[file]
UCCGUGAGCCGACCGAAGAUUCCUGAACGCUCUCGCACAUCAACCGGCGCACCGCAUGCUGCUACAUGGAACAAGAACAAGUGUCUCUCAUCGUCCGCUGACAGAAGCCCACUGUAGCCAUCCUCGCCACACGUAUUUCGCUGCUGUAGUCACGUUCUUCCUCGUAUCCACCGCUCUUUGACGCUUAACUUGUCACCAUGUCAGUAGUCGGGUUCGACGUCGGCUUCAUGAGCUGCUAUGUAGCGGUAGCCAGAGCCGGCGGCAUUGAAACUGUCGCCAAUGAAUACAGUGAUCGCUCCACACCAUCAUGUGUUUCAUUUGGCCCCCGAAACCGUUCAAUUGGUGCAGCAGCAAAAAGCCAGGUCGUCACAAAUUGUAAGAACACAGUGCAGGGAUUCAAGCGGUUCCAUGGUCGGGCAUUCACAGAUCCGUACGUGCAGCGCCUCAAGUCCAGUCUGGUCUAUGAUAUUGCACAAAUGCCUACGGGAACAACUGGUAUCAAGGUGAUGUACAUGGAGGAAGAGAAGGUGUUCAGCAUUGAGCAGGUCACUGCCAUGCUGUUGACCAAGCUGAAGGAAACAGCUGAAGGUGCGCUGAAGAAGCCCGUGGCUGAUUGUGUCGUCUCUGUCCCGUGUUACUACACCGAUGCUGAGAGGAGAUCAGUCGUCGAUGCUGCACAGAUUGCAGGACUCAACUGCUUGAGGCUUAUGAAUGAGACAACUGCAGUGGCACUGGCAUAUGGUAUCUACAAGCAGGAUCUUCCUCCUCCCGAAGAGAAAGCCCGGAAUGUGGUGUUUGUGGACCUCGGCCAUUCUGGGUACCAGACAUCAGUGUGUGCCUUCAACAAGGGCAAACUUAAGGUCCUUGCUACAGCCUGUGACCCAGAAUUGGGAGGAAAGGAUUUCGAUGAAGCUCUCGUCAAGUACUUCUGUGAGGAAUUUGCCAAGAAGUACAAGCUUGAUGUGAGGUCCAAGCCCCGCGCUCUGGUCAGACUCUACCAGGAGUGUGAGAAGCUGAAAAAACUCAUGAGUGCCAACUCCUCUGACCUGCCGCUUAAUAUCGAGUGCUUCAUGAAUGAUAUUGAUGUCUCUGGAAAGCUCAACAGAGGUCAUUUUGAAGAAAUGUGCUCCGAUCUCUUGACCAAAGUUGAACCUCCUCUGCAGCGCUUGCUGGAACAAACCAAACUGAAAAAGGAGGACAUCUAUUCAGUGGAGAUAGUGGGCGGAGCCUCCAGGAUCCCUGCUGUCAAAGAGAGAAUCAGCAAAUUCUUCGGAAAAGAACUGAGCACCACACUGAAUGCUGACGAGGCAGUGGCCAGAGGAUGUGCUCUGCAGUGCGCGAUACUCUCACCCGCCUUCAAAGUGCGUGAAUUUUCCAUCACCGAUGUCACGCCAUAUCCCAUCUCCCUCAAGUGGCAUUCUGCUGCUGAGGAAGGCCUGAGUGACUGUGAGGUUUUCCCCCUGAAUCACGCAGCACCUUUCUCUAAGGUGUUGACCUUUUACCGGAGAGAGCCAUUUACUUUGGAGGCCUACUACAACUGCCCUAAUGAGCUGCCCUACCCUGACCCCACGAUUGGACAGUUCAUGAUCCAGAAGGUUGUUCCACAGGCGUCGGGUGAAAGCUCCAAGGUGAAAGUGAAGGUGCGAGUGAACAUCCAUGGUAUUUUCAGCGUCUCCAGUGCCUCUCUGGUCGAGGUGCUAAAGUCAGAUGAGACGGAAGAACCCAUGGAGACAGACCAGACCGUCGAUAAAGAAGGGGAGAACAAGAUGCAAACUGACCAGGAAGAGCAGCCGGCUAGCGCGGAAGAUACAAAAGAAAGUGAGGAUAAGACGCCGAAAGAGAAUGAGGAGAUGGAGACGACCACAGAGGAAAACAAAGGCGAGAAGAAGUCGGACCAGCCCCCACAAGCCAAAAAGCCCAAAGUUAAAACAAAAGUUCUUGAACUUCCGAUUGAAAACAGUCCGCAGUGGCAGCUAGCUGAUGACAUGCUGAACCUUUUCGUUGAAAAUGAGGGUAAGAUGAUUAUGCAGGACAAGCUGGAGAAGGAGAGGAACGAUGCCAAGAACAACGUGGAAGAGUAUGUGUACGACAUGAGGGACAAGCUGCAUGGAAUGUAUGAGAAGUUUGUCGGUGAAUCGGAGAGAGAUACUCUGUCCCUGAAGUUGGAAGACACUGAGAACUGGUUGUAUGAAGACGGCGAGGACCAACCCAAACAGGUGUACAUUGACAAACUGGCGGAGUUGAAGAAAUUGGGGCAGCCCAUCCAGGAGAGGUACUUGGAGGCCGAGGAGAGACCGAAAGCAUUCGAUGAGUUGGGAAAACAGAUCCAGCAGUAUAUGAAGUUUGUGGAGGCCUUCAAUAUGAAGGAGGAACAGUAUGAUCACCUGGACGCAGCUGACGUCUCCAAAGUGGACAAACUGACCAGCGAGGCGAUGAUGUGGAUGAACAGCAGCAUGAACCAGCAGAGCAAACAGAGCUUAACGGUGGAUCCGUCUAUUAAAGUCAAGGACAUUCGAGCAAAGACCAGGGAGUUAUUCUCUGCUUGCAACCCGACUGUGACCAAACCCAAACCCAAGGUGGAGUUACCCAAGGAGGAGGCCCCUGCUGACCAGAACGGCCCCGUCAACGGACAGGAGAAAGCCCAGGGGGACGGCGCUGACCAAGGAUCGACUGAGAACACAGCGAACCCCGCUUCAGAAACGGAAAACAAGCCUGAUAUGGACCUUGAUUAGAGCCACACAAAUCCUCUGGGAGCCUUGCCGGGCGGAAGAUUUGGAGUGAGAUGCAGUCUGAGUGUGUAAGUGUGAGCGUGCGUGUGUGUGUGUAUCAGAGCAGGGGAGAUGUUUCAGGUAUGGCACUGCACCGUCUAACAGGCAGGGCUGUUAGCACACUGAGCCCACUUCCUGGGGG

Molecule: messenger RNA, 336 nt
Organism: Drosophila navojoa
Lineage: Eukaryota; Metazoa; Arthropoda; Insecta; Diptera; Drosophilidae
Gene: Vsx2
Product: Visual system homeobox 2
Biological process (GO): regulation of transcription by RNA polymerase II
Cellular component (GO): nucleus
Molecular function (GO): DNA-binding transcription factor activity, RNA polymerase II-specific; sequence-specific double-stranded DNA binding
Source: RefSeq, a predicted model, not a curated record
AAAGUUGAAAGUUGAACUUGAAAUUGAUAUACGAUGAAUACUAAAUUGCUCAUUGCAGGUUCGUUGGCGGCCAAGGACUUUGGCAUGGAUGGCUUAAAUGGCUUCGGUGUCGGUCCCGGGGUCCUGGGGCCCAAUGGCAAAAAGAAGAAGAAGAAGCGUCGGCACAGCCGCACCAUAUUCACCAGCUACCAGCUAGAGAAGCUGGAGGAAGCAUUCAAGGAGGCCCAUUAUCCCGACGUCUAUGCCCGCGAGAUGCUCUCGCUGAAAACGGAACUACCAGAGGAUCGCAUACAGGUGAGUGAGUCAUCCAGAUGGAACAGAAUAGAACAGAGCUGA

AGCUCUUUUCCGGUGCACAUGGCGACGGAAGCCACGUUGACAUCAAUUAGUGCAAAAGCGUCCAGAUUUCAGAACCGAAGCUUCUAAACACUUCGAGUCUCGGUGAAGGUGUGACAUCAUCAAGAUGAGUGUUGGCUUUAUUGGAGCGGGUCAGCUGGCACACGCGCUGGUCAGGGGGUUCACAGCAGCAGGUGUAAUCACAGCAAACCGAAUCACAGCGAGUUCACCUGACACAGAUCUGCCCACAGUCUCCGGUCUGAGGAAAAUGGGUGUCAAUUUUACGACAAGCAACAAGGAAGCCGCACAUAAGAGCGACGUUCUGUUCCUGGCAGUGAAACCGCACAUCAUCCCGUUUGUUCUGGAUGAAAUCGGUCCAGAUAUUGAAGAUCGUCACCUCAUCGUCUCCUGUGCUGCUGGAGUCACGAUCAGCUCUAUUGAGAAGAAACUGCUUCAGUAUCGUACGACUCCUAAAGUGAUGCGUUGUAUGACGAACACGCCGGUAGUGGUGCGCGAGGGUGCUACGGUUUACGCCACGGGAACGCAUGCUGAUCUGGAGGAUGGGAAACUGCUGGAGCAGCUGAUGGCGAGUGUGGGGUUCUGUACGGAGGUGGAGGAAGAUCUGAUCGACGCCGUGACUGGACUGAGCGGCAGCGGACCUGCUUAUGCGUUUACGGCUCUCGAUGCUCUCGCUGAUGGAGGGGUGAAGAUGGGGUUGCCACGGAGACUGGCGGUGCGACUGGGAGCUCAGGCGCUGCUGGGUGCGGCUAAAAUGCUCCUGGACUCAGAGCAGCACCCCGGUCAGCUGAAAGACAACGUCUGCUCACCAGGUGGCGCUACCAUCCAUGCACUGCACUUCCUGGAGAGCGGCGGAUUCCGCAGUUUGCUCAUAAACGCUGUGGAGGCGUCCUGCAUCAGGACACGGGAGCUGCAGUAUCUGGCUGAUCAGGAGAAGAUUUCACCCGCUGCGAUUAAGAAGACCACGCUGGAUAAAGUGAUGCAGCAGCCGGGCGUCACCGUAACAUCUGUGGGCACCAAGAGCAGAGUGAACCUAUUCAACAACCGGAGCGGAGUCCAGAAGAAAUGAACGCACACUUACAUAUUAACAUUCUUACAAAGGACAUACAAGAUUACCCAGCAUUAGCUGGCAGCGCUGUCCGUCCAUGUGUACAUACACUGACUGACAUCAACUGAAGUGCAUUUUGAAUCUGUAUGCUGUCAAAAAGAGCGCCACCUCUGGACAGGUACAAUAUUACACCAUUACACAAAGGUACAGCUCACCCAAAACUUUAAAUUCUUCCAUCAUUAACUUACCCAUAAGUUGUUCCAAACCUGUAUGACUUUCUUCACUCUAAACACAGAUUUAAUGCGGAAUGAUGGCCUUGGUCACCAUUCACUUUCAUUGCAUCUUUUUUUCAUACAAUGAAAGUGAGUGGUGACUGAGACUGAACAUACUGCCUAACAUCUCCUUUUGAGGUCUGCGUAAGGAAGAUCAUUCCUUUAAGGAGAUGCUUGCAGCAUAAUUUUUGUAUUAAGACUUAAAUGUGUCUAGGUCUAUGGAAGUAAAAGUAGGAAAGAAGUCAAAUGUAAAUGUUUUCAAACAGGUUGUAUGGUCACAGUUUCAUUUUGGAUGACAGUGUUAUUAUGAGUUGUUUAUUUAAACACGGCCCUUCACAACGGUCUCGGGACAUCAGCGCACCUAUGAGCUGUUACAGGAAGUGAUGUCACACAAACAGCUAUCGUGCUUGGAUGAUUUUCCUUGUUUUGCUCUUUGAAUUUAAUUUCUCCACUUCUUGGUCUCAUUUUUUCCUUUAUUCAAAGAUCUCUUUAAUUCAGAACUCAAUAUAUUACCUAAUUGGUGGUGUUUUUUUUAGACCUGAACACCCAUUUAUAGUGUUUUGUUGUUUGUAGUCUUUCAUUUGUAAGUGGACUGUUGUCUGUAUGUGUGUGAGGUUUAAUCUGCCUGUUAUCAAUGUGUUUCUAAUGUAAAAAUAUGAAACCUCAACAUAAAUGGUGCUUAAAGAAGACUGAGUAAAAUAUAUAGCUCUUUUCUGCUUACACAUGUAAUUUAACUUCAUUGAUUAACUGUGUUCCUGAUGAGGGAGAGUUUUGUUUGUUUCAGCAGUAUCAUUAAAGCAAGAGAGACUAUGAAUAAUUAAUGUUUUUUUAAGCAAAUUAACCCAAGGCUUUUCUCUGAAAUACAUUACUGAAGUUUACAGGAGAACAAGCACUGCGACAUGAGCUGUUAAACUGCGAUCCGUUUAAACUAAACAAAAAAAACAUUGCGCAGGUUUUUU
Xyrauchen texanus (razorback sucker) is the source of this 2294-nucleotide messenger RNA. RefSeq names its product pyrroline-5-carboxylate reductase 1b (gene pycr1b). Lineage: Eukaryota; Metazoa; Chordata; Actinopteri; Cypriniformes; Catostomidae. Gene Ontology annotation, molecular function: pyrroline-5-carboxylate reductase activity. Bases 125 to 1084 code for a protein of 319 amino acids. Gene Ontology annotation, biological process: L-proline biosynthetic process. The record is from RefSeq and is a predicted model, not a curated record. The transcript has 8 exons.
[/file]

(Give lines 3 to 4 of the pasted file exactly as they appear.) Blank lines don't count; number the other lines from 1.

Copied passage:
Organism: Drosophila navojoa
Lineage: Eukaryota; Metazoa; Arthropoda; Insecta; Diptera; Drosophilidae